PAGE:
Pook M.J.,CSIRO | Pook M.J.,Climate Adaptation National Research Flagship | Risbey J.S.,CSIRO | Mcintosh P.C.,CSIRO | And 4 more authors.
Monthly Weather Review | Year: 2013

The seasonal cycle of blocking in the Australian region is shown to be associated with major seasonal temperature changes over continental Antarctica (approximately 15°-35°C) and Australia (about 8°-17°C) and with minor changes over the surrounding oceans (below 5°C). These changes are superimposed on a favorable background state for blocking in the region resulting from a conjunction of physical influences. These include the geographical configuration and topography of the Australian and Antarctic continents and the positive west to east gradient of sea surface temperature in the Indo-Australian sector of the Southern Ocean. Blocking is represented by a blocking index (BI) developed by the Australian Bureau of Meteorology. The BI has a marked seasonal cycle that reflects seasonal changes in the strength of the westerly winds in the midtroposphere at selected latitudes. Significant correlations between the BI at Australian longitudes and rainfall have been demonstrated in southern and central Australia for the austral autumn, winter, and spring. Patchy positive correlations are evident in the south during summer but significant negative correlations are apparent in the central tropical north. By decomposing the rainfall into its contributions from identifiable synoptic types during the April-October growing season, it is shown that the high correlation between blocking and rainfall in southern Australia is explained by the component of rainfall associated with cutoff lows. These systems form the cyclonic components of blocking dipoles. In contrast, there is no significant correlation between the BI and rainfall from Southern Ocean fronts. © 2013 American Meteorological Society.

Bi D.,CSIRO | Dix M.,CSIRO | Marsland S.J.,CSIRO | O'Farrell S.,CSIRO | And 24 more authors.
Australian Meteorological and Oceanographic Journal | Year: 2013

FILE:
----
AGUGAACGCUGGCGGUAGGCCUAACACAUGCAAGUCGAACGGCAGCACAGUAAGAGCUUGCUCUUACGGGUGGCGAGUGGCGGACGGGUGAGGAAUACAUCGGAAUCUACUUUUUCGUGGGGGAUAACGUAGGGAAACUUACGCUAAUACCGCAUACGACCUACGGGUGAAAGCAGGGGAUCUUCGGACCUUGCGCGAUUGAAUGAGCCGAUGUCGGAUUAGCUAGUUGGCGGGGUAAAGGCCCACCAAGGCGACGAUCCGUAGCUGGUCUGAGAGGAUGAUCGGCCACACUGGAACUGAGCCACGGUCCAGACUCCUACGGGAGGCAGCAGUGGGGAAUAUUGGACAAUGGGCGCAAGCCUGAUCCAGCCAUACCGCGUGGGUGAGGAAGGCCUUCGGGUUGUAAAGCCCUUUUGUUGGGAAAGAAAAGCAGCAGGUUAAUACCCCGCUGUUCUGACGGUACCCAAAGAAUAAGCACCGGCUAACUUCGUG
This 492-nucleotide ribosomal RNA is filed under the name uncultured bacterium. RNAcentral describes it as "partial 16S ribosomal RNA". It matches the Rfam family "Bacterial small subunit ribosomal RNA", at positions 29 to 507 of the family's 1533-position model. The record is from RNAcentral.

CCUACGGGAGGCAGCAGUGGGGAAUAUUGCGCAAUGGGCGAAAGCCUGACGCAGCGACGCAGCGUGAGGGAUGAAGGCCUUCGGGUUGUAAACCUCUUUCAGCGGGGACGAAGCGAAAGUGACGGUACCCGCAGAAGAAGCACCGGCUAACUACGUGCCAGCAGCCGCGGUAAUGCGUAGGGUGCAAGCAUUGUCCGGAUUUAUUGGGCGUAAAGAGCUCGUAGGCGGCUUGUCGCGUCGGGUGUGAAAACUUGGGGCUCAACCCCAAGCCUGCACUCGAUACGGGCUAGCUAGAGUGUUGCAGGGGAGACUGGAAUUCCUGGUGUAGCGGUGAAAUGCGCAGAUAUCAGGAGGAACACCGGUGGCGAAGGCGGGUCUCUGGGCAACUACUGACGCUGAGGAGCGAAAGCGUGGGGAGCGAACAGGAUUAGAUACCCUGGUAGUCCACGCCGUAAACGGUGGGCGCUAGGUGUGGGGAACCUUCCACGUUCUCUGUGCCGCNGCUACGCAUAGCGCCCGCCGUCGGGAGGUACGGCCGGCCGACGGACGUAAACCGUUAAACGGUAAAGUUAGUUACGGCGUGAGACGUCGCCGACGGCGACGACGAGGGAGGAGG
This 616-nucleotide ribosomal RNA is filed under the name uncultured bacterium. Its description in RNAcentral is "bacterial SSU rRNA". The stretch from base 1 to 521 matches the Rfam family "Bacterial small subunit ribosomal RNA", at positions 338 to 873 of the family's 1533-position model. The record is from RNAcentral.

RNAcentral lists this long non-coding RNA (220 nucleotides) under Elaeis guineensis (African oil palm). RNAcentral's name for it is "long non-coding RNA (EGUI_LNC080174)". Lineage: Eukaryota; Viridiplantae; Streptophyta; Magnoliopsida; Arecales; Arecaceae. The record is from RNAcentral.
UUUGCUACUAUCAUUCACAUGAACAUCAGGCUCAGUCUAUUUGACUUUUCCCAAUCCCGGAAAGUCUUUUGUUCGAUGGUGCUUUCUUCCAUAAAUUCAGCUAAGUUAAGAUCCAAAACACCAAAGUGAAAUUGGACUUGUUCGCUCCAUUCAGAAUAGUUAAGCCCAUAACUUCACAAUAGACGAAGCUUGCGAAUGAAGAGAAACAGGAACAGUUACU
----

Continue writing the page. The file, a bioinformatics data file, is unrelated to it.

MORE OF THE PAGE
The Australian Community Climate and Earth System Simulator coupled model (ACCESS-CM) has been developed at the Centre for Australian Weather and Climate Research (CAWCR), a partnership between CSIRO1 and the Bureau of Meteorology. It is built by coupling the UK Met Office atmospheric unified model (UM), and other sub-models as required, to the ACCESS ocean model, which consists of the NOAA/GFDL2 ocean model MOM4p1 and the LANL3 sea-ice model CICE4.1, under the CERFACS4 OASIS3.2-5 coupling framework. The primary goal of the ACCESS-CM development is to provide the Australian climate community with a new generation fully coupled climate model for climate research, and to participate in phase five of the Coupled Model Inter-comparison Project (CMIP5). This paper describes the ACCESS-CM framework and components, and presents the control climates from two versions of the ACCESS-CM, ACCESS1.0 and ACCESS1.3, together with some fields from the 20th century historical experiments, as part of model evaluation. While sharing the same ocean sea-ice model (except different setups for a few parameters), ACCESS1.0 and ACCESS1.3 differ from each other in their atmospheric and land surface components: the former is configured with the UK Met Office HadGEM2 (r1.1) atmospheric physics and the Met Office Surface Exchange Scheme land surface model version 2, and the latter with atmospheric physics similar to the UK Met Office Global Atmosphere 1.0 including modifications performed at CAWCR and the CSIRO Community Atmosphere Biosphere Land Exchange land surface model version 1.8. The global average annual mean surface air temperature across the 500-year preindustrial control integrations show a warming drift of 0.35 °C in ACCESS1.0 and 0.04 °C in ACCESS1.3. The overall skills of ACCESS-CM in simulating a set of key climatic fields both globally and over Australia significantly surpass those from the preceding CSIRO Mk3.5 model delivered to the previous coupled model inter-comparison. However, ACCESS-CM, like other CMIP5 models, has deficiencies in various aspects, and these are also discussed. Copyright © 2013, Common wealth of Australia.